This page contains a Flash digital edition of a book.
NORTHERN EXPOSURE Te road then falls down to the lochside past

Ardessie falls to Dundonnell, then winds its way up the gorge to the Destitution Road over the wild ‘Fain’ and past the Fannich mountains, before dropping once more to Braemore Junction. You can still see large remnants of the old ‘Destitution Road’, which originally gained its name from the fact that it was built during a period of hunger and hardship in the area during the 1800s. Tese roads were a method of providing employment and support to the region during troubled times, and simultaneously created links between communities that still survive today in the form of our modern road system. Just before you reach Braemore Junction, look out for

the car park on your left and Corrieshalloch Gorge. It is well worth a stop to take a walk down and across the 200ft deep gorge.


left towards Ullapool from Braemore

Junction, the wide sweeping road takes you down a steep hill. At the bottom of this you pass Braemore Square, a grand looking house designed by John Fowler, who was responsible for one of the wonders of the Victorian World – the Forth Railway Bridge. Further along is Lael Forest, which has several stopping places on the right hand side of the road, giving access to some excellent forest walks. Just past this, the road opens up, with views all the

Green tourism Gold award winners, yellow label enthusiasts and RSPB winter volunteers Tom and Debbie Maskill return to Ullapool (open April to October) for a fifth season.



way up Loch Broom towards Ullapool, a collection of whitewashed buildings and a busy fishing town, with a ferry terminal where you can take a four-hour ferry trip across the Minch to Stornoway (on the Isle of Lewis), or a much shorter trip to see the bird and sea life by the Summer Isles. By the standards of the area, the town also has plenty of shops and an excellent museum. Ullapool also has several cultural events happening each year, such as the Guitar Festival, Book Festival, and ‘Te best little Fest in the West’ - the annual ‘Loopallu’ Music Festival, which takes place at the end of September. Here we pause for the night at Ullapool Youth Hostel, situated on the edge of the loch, and sample the welcoming pubs and restaurants. Leaving Ullapool behind, the only way to go from

here is north towards Achiltibuie and Ledmore Junction. All along the road towards Ledmore, there are spectacular views of the surrounding mountains, including Stac Pollaidh,Cul Mor, and Cul Beag. Only a few miles or so up the road towards Ledmore, you come to Knockan Crag. Tis is a world-famous site for geology (the science and understanding of modern day geology was actually started here), and there is a superb interactive visitor centre here, which explains - in terms that are understandable to everybody – all about plate tectonics and movements of land masses around the planet. After a short drive, the turn off to Achiltibuie and Achininver appears, and this takes you on a dramatic 15 miles of single-track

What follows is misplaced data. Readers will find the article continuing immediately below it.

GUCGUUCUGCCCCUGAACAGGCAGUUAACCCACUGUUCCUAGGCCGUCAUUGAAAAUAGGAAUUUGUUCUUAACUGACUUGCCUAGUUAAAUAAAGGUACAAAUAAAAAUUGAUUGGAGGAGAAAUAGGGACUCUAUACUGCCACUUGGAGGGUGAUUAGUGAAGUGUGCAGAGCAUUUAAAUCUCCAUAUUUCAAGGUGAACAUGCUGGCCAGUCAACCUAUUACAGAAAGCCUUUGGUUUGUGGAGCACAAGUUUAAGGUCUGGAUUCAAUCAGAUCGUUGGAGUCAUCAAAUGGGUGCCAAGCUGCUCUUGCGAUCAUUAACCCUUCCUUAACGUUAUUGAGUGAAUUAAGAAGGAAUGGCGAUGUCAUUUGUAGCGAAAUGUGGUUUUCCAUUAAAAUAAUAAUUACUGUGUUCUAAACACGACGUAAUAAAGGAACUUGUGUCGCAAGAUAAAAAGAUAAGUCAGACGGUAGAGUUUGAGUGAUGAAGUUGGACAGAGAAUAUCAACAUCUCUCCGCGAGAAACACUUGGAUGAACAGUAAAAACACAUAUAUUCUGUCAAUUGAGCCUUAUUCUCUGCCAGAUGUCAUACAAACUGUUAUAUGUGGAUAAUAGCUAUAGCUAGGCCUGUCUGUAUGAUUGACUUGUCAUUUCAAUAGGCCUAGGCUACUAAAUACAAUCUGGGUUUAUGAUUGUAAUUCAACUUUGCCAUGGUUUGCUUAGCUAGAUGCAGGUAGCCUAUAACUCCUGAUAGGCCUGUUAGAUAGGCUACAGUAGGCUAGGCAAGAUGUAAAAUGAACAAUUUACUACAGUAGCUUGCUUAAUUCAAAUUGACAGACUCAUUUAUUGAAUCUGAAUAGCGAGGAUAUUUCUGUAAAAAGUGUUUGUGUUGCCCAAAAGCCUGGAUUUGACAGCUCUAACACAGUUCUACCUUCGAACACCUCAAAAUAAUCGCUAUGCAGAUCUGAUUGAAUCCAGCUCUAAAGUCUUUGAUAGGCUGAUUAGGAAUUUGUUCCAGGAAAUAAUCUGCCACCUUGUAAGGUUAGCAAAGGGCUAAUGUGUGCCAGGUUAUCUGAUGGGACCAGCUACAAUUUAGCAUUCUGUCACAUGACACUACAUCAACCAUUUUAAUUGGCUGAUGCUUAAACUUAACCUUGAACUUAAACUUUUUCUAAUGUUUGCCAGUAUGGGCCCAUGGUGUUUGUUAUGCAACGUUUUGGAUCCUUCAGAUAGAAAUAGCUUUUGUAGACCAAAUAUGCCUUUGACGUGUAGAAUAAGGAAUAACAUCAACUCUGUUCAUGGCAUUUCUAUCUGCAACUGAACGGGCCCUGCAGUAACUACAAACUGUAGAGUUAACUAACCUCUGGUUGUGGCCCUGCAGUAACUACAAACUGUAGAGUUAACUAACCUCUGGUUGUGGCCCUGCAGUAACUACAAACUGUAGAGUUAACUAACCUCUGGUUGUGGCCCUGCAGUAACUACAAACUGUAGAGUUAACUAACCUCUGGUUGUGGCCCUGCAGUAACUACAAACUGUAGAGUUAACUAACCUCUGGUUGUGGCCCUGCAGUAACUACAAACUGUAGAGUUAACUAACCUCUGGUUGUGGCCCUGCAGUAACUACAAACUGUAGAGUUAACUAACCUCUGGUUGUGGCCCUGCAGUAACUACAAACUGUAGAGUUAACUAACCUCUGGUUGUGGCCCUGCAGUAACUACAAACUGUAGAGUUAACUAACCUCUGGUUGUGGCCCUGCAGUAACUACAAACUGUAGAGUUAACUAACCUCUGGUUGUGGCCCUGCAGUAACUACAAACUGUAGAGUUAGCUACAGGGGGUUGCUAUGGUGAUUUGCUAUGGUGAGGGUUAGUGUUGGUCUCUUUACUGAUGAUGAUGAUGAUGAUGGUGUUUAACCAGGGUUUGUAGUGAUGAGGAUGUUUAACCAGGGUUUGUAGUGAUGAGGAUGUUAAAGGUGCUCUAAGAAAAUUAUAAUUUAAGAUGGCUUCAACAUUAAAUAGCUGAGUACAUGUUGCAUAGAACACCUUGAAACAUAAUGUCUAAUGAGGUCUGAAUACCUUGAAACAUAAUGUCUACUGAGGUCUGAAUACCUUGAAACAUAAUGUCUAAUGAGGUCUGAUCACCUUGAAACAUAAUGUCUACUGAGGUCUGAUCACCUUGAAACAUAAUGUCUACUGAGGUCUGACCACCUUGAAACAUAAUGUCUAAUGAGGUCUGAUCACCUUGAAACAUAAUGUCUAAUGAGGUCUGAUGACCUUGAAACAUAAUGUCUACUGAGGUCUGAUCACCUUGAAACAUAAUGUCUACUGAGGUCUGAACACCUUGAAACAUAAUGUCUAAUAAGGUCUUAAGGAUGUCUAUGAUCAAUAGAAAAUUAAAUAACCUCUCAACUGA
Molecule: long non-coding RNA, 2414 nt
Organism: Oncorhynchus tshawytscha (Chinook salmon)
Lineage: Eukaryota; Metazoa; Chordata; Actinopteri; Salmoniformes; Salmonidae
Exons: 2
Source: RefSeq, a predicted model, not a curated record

Cameras at the ready for a nature treat

Wildlife: Te Scots Pine can be found in various locations throughout the world. Loch Maree is one of the few areas in Scotland where small pockets of the pure genetic strain can be found. Tis particular variety is believed to date back 8,000 years to the end of the last Ice Age. Te White-tailed Eagle or Sea Eagle has recently been reintroduced into the area from northern Norway after an absence of many years. Marine life: Te Minch (between the Outer Isles and mainland) has the most diverse and numerous range of cetaceans to be found anywhere around mainland Britain. Te North Atlantic Drift (a continuation of the Gulf Stream) warms the sea and provides good breeding conditions for marine life.


Ring ousel Red-throated diver Black-throated diver Great northern diver Guillemot

Black guillemot Razorbill Puffin

Goosander Ptarmigan Red grouse Black grouse

Crossbill Hoody crow Raven

Golden eagle White-tailed eagle Buzzard Merlin Kestrel Peregrine falcon Sparrow hawk Spotted


Minke whale Killer whale (Orca) Harbour porpoise Common dolphin Common seal Grey seal Otter

Mountain hare Wild cat Pine marten Red deer Roe deer

Wildcat, golden eagle and pine marten image courtesy of Peter Cairns/

Look out for these wild things

Page 1  |  Page 2  |  Page 3  |  Page 4  |  Page 5  |  Page 6  |  Page 7  |  Page 8  |  Page 9  |  Page 10  |  Page 11  |  Page 12  |  Page 13  |  Page 14  |  Page 15  |  Page 16  |  Page 17  |  Page 18  |  Page 19  |  Page 20  |  Page 21  |  Page 22  |  Page 23  |  Page 24  |  Page 25  |  Page 26  |  Page 27  |  Page 28  |  Page 29  |  Page 30  |  Page 31  |  Page 32  |  Page 33  |  Page 34  |  Page 35  |  Page 36  |  Page 37  |  Page 38  |  Page 39  |  Page 40  |  Page 41  |  Page 42  |  Page 43  |  Page 44  |  Page 45  |  Page 46  |  Page 47  |  Page 48  |  Page 49  |  Page 50  |  Page 51  |  Page 52  |  Page 53  |  Page 54  |  Page 55  |  Page 56  |  Page 57  |  Page 58  |  Page 59  |  Page 60  |  Page 61  |  Page 62  |  Page 63  |  Page 64  |  Page 65  |  Page 66  |  Page 67  |  Page 68  |  Page 69  |  Page 70  |  Page 71  |  Page 72  |  Page 73  |  Page 74  |  Page 75  |  Page 76  |  Page 77  |  Page 78  |  Page 79  |  Page 80  |  Page 81  |  Page 82  |  Page 83  |  Page 84